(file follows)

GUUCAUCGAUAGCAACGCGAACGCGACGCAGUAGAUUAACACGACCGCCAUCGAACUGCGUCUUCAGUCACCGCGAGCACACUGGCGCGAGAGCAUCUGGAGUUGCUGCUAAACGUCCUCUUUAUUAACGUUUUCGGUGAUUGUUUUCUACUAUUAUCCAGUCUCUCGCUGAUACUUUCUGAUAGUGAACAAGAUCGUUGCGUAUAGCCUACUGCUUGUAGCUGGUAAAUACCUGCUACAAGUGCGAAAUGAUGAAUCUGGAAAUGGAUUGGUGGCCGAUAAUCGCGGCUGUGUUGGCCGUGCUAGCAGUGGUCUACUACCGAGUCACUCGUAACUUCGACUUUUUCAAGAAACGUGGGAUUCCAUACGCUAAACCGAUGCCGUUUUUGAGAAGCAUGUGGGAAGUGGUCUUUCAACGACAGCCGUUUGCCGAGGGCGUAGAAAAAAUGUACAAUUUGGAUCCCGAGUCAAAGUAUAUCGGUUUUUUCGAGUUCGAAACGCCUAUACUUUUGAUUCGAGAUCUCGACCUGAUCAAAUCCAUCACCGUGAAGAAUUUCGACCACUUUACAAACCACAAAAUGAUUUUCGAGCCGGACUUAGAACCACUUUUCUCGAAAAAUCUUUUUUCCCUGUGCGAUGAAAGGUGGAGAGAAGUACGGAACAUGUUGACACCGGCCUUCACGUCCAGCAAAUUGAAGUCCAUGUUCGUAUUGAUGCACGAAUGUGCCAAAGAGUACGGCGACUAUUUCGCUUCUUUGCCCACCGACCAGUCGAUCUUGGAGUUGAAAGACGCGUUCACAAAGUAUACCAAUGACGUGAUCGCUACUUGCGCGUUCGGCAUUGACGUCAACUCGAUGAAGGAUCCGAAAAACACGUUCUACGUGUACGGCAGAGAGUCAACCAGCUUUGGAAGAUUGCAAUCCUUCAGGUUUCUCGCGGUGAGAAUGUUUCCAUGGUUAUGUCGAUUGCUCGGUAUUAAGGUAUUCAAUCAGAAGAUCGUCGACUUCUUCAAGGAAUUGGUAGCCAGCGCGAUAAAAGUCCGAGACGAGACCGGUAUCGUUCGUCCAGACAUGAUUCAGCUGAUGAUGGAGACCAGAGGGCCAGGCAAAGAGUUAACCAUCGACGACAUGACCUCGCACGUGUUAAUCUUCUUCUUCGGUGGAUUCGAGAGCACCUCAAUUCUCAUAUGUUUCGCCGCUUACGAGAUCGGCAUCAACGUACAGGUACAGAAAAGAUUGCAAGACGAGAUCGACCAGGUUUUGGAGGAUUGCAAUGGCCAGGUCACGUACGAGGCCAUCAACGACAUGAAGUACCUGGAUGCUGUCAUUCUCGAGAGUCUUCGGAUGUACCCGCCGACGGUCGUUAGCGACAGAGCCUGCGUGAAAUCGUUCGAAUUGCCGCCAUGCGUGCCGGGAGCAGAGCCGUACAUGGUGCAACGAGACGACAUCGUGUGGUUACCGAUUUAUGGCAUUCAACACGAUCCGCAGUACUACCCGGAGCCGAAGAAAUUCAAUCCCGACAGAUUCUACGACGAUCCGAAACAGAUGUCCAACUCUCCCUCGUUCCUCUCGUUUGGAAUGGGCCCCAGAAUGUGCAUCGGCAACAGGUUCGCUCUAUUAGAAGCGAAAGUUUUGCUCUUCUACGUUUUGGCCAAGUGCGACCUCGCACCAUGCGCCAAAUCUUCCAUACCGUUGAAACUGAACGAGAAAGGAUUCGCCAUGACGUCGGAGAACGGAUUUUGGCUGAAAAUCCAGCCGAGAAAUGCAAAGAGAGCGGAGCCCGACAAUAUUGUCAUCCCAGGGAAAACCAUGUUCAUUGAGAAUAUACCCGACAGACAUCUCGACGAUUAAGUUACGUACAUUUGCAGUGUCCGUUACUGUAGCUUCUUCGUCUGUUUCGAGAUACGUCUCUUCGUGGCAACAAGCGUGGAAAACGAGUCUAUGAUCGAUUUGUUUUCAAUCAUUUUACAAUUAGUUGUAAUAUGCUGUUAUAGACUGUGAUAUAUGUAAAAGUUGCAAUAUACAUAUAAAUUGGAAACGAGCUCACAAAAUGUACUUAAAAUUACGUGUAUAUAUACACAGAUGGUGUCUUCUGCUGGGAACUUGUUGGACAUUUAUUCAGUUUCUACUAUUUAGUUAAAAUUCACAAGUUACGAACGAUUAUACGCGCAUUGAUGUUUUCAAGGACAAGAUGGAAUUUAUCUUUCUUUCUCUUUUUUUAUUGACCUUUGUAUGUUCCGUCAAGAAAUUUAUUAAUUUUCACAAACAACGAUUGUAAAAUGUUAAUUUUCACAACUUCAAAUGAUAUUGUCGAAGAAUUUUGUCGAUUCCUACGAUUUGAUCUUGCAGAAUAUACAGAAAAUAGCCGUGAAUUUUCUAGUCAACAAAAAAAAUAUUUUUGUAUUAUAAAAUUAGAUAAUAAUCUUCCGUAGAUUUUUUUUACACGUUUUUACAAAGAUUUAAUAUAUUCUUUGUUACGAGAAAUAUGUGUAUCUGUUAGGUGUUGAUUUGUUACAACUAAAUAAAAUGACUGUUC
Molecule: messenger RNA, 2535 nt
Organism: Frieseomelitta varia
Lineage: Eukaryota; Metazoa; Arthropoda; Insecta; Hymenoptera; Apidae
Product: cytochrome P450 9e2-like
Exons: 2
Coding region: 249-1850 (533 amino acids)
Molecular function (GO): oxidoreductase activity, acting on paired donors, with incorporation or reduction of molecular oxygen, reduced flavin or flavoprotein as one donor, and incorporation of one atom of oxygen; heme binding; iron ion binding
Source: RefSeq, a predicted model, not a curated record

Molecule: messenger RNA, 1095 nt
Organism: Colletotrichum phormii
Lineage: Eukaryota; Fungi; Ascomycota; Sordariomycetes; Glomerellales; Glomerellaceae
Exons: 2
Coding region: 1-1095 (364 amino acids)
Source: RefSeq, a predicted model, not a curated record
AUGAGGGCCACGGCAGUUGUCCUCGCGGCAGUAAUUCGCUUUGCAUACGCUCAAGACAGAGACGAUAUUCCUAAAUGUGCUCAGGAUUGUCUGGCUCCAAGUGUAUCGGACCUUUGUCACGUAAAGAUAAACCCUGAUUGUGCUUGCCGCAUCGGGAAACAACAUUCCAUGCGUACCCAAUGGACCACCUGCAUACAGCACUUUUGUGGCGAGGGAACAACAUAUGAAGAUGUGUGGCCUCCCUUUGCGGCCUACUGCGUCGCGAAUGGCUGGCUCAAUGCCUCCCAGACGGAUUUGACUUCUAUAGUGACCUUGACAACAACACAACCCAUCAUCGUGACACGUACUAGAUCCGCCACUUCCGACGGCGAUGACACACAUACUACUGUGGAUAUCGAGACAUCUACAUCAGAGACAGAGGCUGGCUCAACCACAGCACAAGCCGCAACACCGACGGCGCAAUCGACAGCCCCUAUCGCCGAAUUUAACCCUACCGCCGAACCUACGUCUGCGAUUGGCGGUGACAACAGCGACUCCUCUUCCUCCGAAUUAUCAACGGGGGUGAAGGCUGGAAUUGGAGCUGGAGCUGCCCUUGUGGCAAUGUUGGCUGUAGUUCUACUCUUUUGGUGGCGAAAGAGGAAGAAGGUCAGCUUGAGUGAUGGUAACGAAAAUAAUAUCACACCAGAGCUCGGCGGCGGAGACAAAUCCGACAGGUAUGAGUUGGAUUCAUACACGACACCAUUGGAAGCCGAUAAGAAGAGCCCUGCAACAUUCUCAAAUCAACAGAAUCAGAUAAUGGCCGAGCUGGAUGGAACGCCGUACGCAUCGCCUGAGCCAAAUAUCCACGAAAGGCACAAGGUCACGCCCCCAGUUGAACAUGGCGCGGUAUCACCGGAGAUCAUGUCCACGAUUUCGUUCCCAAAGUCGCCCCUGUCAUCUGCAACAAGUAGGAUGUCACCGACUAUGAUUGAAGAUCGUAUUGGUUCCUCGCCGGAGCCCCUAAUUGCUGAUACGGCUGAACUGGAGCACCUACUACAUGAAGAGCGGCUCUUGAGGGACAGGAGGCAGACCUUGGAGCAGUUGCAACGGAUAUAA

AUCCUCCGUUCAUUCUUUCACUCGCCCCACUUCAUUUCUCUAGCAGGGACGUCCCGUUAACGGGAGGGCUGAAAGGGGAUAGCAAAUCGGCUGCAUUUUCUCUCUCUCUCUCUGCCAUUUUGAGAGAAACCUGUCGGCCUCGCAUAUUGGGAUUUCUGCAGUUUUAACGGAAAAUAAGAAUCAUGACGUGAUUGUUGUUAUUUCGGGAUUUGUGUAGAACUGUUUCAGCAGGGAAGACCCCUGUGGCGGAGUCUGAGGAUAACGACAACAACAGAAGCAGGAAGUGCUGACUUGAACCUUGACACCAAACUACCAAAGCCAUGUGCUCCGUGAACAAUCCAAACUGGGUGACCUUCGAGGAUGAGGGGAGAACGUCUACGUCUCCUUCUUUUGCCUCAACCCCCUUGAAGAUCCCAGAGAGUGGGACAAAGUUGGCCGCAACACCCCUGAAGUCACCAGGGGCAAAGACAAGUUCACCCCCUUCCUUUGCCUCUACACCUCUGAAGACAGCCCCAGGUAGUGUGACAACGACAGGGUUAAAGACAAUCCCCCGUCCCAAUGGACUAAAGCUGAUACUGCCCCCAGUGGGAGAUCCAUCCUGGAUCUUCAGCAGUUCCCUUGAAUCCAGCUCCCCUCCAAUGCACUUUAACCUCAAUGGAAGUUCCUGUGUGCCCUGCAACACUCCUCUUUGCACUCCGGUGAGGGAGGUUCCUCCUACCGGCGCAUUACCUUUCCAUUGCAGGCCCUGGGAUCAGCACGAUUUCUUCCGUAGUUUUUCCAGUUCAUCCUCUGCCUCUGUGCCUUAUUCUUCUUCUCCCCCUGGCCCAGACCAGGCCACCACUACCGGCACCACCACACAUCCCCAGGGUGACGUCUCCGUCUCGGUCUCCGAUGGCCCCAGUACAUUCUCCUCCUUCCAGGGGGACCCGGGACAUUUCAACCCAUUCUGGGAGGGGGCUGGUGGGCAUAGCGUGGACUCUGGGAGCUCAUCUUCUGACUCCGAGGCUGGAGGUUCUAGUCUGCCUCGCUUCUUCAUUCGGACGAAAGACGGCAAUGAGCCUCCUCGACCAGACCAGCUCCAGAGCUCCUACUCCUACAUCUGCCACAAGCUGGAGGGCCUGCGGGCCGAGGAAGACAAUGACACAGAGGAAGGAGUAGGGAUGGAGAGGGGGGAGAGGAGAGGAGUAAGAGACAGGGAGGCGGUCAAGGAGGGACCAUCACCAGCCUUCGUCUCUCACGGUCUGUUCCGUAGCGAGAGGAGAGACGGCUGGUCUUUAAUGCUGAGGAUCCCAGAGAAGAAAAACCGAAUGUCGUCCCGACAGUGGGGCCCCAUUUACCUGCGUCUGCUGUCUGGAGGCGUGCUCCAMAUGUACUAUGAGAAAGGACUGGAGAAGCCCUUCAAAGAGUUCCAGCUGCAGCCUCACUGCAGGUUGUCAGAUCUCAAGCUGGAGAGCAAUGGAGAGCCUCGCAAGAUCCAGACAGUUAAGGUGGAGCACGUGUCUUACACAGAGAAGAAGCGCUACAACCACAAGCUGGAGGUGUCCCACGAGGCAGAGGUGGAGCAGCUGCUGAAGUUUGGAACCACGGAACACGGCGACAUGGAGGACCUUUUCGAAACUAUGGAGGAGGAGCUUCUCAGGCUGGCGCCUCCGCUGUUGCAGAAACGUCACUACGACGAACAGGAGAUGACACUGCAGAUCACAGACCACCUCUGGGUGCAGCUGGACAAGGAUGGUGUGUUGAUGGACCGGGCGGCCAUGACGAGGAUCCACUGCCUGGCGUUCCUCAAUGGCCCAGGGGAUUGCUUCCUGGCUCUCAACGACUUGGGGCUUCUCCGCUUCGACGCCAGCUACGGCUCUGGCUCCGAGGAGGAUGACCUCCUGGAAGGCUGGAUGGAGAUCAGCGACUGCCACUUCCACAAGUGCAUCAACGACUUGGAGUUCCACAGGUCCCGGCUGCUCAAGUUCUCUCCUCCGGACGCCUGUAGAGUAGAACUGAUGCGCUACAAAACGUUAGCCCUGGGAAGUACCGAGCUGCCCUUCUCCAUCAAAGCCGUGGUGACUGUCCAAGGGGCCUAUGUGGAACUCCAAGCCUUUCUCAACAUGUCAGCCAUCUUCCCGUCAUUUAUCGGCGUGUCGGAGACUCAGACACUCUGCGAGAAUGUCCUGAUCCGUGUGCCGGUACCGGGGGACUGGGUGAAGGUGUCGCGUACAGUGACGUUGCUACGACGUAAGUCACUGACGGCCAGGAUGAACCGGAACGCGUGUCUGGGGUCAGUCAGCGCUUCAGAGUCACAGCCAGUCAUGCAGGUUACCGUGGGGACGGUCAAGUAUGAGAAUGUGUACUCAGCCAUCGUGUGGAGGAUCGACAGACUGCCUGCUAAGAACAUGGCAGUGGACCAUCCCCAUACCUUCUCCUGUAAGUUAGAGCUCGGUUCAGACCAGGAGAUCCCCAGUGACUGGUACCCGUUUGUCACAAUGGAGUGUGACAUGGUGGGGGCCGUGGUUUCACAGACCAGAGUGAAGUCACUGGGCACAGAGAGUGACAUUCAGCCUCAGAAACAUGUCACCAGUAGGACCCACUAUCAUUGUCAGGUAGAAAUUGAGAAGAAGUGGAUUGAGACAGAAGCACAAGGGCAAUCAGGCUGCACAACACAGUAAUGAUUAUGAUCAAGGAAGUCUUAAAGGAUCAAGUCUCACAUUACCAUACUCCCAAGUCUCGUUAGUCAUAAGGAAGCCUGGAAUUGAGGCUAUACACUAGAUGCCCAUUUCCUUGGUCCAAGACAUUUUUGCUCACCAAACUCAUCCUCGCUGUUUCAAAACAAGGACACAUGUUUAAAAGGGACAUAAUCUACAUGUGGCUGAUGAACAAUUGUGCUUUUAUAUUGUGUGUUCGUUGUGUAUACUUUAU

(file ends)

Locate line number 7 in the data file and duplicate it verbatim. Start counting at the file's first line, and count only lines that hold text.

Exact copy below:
Coding region: 249-1850 (533 amino acids)